And if not, what does that say about the maximum depth of the water that deposited these evaporites? Pretty deep, I'd say. How many meters of Earth Ocean water do you have to evaporate to get a meter of salt? (about 625). I'll grant that we don't know what the salinity was, but it still gives an order of magnitude idea of the depth.
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tty
post Sep 7 2005, 06:10 PM
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QUOTE (antoniseb @ Sep 7 2005, 08:01 PM)
And if not, what does that say about the maximum depth of the water that deposited these evaporites? Pretty deep, I'd say. How many meters of Earth Ocean water do you have to evaporate to get a meter of salt? (about 625). I'll grant that we don't know what the salinity was, but it still gives an order of magnitude idea of the depth.
*


No, because we have plenty of cases here on Earth where deep evaporite deposits were definitely created in a shallow water setting, as shown by sedimentological indications. It is the amount of water evaporated that matters, not the depth at any particular time.
Commercial salines produce vast amount of salts, but they are not deep, instead they evaporite a shallow layer of water again and again.

tty
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dvandorn
post Sep 7 2005, 07:55 PM
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QUOTE (tty @ Sep 7 2005, 12:49 PM)
...if the total depth of evaporites is <100 m thick near Opportunity it means that Victoria crater may have punched right through the evaporite layer and the underlying deposits might occur in the ejecta and be visible in situ in the crater.
*

We may not need to get all the way to Victoria to find examples of rocks ejected from below the evaporite layer.

Erebus is a larger crater than Victoria, albeit much, much older. And it may well have formed before the evaporite layer was complete (and thus its ejecta may have been covered with more evaporite, as well as having been altered by the standing water that must have covered it).

But we ought to expect to see fragments of Erebus ejecta embedded in some of the evaporite around Erebus. Some of it ought to have eroded out of the evaporite by now. It would look like, I don't know, cobbles of obviously different composition from the evaporite surrounding it, and also different from the basaltic dust and hematitic dust and concretions that make up the remainder of the ground mass.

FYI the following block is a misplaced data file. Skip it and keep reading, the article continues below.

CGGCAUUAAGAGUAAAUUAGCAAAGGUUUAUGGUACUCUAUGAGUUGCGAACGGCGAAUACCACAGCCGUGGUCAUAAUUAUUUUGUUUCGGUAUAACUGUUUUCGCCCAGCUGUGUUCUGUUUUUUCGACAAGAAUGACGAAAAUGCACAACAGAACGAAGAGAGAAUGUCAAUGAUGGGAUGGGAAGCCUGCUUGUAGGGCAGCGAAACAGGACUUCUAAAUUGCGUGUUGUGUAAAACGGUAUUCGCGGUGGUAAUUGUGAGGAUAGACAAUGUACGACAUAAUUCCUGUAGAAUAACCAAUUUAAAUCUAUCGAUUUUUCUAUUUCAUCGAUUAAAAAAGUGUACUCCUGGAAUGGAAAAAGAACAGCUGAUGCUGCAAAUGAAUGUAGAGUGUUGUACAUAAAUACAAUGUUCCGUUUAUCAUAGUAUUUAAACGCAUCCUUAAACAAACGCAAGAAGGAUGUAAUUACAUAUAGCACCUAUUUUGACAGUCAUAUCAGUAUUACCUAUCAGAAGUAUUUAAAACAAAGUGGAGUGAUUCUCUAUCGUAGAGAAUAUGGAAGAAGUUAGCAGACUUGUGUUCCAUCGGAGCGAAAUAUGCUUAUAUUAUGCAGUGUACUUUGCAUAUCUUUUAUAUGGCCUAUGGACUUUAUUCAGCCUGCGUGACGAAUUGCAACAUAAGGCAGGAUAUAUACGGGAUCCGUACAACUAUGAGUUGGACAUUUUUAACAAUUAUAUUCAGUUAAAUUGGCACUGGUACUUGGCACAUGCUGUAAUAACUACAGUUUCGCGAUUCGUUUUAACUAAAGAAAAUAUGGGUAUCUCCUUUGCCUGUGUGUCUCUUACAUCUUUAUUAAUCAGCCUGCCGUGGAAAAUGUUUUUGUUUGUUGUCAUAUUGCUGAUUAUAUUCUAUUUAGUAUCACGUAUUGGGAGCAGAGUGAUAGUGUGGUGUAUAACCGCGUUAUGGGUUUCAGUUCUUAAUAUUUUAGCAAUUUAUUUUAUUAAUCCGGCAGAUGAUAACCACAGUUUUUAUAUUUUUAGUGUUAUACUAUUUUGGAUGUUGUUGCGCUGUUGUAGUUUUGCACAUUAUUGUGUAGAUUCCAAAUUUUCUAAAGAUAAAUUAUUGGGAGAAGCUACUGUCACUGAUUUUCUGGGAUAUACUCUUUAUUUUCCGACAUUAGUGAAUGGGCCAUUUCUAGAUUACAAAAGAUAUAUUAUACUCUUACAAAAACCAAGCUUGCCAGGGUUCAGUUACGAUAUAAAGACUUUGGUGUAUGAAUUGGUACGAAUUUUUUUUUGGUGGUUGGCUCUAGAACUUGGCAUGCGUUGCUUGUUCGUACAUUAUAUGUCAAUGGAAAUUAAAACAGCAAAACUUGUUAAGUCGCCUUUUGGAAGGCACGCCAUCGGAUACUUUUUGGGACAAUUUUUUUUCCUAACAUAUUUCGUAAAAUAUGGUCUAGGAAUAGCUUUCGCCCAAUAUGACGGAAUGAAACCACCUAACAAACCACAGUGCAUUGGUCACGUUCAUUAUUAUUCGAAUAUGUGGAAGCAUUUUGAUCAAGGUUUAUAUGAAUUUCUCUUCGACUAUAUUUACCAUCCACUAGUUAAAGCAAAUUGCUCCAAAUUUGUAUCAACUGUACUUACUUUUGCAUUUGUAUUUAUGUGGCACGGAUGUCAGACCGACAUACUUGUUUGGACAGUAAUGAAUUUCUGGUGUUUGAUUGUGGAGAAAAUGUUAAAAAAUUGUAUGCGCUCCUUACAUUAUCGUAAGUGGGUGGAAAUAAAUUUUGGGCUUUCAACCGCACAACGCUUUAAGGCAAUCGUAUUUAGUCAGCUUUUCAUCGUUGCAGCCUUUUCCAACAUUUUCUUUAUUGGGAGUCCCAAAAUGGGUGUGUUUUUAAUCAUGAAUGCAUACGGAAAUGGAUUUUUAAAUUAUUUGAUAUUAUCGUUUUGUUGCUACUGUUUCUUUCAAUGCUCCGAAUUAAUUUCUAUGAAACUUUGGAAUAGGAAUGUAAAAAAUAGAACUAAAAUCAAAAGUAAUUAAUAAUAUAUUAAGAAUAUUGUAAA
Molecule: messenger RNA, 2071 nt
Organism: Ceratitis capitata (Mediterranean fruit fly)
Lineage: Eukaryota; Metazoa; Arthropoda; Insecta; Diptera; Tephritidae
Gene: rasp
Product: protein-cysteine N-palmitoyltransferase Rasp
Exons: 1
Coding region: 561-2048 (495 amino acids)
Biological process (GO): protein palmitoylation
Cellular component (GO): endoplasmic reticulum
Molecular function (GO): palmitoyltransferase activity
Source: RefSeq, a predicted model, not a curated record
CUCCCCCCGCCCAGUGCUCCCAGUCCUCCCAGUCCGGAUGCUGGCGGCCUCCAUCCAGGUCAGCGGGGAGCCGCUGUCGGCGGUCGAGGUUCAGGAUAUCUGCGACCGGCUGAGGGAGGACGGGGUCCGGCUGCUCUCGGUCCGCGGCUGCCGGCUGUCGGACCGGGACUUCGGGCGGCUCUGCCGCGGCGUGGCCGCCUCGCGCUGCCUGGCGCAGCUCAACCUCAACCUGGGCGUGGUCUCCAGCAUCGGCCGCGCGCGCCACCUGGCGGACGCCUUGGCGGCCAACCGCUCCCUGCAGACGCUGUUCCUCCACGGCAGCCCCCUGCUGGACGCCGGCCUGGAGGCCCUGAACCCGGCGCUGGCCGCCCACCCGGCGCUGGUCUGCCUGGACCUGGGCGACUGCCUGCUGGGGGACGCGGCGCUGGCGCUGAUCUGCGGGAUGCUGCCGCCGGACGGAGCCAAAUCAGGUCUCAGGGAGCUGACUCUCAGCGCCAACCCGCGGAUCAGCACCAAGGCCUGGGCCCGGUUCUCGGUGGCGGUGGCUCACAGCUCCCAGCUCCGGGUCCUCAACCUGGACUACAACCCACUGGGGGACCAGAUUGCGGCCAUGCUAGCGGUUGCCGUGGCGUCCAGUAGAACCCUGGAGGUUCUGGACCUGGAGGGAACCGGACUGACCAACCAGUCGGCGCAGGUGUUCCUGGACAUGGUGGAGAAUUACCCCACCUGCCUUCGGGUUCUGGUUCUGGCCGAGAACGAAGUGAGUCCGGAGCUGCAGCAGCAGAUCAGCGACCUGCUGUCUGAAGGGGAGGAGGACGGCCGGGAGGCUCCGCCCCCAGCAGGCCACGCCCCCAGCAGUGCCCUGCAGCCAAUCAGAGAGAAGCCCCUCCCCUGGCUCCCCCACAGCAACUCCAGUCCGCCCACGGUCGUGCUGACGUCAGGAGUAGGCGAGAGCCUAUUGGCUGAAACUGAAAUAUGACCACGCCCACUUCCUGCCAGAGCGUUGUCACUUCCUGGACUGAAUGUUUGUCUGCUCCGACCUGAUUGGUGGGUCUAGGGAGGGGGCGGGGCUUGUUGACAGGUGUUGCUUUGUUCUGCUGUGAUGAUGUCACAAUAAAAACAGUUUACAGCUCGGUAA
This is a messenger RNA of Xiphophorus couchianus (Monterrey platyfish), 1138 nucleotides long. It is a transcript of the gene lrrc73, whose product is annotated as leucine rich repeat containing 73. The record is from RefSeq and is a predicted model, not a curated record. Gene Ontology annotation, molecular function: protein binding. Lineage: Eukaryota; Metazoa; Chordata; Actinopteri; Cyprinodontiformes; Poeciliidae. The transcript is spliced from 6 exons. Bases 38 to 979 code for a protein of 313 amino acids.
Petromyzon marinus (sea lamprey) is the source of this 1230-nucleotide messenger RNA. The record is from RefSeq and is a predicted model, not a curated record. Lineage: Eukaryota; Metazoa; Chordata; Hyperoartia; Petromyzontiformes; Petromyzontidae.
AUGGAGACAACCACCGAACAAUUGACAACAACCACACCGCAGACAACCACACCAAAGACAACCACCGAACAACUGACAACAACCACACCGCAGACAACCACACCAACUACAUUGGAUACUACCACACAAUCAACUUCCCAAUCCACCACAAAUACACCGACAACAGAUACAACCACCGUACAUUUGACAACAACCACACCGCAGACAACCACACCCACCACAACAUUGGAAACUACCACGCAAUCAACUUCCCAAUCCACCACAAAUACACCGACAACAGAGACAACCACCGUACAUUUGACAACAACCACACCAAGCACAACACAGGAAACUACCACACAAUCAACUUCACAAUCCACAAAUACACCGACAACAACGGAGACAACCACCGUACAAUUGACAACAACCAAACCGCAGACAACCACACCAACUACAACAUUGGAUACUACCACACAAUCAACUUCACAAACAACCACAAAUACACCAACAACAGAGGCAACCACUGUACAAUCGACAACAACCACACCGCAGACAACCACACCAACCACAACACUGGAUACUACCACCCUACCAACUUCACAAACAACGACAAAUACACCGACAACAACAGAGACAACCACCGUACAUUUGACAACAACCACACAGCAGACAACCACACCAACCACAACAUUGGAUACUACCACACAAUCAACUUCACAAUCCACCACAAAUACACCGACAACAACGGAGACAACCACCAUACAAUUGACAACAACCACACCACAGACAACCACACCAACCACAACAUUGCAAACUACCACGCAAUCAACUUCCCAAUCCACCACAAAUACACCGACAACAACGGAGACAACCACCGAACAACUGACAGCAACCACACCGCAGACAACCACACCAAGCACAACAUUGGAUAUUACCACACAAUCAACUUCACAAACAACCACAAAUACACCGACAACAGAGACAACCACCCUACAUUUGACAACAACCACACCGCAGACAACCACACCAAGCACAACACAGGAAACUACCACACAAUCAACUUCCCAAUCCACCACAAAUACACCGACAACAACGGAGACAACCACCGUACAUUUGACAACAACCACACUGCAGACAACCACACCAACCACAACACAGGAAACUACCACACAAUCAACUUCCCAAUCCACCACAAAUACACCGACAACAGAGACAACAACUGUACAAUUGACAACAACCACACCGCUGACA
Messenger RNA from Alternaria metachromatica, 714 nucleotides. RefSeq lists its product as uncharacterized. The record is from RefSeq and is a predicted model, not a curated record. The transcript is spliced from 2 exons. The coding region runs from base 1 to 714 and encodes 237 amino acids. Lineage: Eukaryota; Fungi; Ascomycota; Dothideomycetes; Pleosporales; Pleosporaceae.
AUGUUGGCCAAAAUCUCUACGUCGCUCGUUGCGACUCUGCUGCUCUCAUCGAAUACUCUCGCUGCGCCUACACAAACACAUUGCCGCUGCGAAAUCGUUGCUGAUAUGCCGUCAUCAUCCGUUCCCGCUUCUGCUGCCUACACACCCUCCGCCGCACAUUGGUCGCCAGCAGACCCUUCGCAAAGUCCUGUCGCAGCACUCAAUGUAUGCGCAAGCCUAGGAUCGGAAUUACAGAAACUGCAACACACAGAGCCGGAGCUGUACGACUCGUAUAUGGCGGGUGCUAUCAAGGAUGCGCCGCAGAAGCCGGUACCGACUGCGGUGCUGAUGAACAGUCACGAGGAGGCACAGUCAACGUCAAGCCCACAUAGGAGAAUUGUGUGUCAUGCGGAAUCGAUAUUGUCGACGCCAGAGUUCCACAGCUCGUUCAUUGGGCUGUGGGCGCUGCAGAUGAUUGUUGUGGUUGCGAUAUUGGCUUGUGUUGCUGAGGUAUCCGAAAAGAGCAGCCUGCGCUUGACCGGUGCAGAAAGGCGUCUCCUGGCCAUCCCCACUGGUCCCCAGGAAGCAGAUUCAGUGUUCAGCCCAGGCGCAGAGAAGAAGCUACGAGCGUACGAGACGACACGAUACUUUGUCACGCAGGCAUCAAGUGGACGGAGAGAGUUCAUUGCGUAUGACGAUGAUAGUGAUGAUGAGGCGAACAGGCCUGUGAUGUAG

In other words, I'm proposing that the dark cobbles we've been seeing in the interdunal areas are actually samples of the material that lies below the evaporite layer, that were ejected during the Erebus impact and have since been aqueously altered and embedded in evaporite. They've now been eroded out of the evaporite and are sitting out on the ground for Oppy to examine...

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dvandorn
post Sep 7 2005, 08:28 PM
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Following up on the idea I just proposed about the evaporite near Erebus incorporating Erebus ejecta, it now seems clear that the dark clasts we saw in the RAT holes Oppy made recently (someone suggested they might be incompletely-generated concretions) may actually be sand- and pebble-sized grains of Erebus ejecta that were embedded in the evaporite. I bet we see a higher percentage of such clasts in the evaporite "floor" as we approach the rim of Erebus.

That would definitely, *strongly* suggest that Erebus was formed before the evaporite deposition process was complete. Since the Erebus rim materials seem to be made, at least in part, of evaporite, I'd think that there had to have been evaporite there when the crater formed -- so the process had started. But finding Erebus ejecta incorporated into more recent layers of evaporite would almost be proof that Erebus was flooded, altered and eroded by liquid water, and partially covered by more evaporite before the waters receded for good.

The Erebus impactor may actually have impacted into water... though, at this stage of degradation, I don't know how you'd establish that.